OAS Sec Gen Almagro visits Maxwell, discusses democracy, human rights
On Friday, April 7, the Maxwell School welcomed Secretary General Luis Almagro Lemes of the Organization of American States (OAS) for a discussion of “The Challenges of Democracy and Human Rights in the Americas.” Amid a tumultuous time for the region, the Secretary General traveled to Syracuse to discuss both the general role of the OAS in facilitating political dialogue and cooperation throughout the region and the current political challenges facing countries such as Venezuela, Paraguay, and Ecuador.
Secretary General Almagro’s visit and the discussion were sponsored by the Moynihan Institute of Global Affairs and the Program on Latin America and the Caribbean.
The visit was also an opportunity for the OAS and Maxwell to explore deeper ties and to discuss the development of a memorandum of understanding (MOU) that would establish mechanisms for supporting professional education at the Maxwell School for individuals at organizations and governments within the region.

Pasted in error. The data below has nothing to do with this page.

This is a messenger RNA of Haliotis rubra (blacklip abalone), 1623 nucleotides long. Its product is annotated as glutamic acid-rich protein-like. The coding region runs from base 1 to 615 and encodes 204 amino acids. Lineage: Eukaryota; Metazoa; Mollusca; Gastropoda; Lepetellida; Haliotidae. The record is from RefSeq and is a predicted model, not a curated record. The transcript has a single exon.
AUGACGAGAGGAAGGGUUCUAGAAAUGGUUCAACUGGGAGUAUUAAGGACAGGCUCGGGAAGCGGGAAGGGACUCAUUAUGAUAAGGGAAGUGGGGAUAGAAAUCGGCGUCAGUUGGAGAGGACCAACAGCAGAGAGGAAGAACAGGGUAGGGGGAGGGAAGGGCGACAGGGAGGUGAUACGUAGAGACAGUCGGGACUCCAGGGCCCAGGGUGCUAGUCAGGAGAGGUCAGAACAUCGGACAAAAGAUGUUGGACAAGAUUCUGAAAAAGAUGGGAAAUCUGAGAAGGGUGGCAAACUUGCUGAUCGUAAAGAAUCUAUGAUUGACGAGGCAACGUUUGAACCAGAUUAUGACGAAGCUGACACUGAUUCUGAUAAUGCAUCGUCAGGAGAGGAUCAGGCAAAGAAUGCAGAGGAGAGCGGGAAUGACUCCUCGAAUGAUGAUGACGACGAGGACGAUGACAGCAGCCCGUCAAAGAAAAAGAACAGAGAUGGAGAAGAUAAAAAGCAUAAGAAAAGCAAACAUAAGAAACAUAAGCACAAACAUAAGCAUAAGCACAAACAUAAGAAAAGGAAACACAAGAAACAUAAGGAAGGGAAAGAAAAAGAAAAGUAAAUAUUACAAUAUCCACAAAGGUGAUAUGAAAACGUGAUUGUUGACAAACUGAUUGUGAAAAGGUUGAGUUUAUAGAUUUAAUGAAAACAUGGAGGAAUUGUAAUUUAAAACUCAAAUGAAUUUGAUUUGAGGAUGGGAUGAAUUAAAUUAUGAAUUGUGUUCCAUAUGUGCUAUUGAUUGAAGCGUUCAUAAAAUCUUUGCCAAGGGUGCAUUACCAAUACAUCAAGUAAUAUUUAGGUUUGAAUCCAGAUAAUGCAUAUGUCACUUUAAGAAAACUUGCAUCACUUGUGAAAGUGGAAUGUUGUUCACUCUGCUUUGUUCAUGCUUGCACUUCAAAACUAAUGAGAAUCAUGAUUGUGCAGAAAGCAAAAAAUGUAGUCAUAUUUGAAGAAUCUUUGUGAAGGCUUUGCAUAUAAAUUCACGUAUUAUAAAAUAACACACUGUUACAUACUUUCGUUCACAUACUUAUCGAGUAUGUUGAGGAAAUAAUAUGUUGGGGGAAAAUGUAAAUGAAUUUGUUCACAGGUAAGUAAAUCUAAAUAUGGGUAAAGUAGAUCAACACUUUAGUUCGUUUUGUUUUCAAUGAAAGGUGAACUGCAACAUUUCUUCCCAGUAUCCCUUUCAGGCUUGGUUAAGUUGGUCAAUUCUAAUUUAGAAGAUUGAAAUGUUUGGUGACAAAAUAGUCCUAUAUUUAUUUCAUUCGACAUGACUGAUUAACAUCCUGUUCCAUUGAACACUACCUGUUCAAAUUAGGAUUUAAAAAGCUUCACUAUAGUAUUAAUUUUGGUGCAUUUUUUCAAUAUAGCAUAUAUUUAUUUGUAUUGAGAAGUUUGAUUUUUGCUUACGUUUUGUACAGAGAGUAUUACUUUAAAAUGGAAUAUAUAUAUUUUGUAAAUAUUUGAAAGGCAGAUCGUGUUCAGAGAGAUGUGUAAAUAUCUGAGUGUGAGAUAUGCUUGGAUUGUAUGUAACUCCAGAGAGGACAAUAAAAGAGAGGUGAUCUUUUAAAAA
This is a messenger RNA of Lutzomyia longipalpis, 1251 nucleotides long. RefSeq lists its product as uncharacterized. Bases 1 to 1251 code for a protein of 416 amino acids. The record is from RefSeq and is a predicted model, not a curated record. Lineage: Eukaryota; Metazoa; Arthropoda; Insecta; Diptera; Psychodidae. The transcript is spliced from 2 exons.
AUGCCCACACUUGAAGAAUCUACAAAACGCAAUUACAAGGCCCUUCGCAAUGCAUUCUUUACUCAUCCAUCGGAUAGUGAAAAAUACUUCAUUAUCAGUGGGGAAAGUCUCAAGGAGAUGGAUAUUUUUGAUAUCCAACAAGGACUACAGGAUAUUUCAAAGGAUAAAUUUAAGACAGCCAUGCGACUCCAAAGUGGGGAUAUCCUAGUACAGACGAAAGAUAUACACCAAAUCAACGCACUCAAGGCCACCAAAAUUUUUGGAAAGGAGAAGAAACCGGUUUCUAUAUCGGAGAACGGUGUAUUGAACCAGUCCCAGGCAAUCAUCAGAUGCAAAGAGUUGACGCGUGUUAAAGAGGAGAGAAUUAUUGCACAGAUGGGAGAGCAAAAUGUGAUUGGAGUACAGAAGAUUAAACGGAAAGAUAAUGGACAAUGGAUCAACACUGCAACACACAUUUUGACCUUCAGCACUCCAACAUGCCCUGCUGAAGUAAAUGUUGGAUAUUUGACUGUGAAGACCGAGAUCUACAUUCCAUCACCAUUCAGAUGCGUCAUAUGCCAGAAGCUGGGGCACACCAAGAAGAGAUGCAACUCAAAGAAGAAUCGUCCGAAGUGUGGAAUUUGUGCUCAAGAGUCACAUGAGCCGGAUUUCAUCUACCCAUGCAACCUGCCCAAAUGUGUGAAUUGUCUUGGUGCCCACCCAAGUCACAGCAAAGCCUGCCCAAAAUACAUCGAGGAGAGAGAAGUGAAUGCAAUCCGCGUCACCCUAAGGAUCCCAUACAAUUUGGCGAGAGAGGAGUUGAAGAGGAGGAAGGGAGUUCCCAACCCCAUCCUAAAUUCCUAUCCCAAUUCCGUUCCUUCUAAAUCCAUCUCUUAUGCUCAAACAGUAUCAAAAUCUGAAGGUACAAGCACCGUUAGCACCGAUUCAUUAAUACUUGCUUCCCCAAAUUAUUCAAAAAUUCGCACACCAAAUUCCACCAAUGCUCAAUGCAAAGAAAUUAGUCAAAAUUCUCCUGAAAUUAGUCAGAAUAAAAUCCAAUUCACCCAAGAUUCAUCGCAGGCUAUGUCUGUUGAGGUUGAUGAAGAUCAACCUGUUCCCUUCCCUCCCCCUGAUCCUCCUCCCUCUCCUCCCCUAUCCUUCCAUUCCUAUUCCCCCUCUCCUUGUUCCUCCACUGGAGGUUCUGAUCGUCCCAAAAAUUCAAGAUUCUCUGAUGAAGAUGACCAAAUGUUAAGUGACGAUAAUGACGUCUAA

During his formal talk with the Maxwell community, the Secretary General spoke of his commitment to the study of public administration and international relations, noting that democracy "demands good governance and strong institutions."
The Secretary General met with key leadership during his visit, including a meeting with David M. Van Slyke, dean of the Maxwell School, and other faculty. He also attended a meet and greet with Maxwell students who are currently studying relevant regional issues.
A career diplomat, Almagro served as Foreign Minister of Uruguay from 2010 to 2015, and has extensive regional and international experience. In addition, he was elected Senator in the national elections in Uruguay in October 2014. In 2014, Foreign Policy magazine named him a Leading Global Thinker, one of ten decision-makers in the world who have been granted this international distinction.
Almagro now represents the OAS, which is the world’s oldest regional organization that unites the 35 independent states in the Americas with the goal of achieving "an order of peace and justice, to promote solidarity, to strengthen collaboration, and to defend sovereignty, territorial integrity, and independence."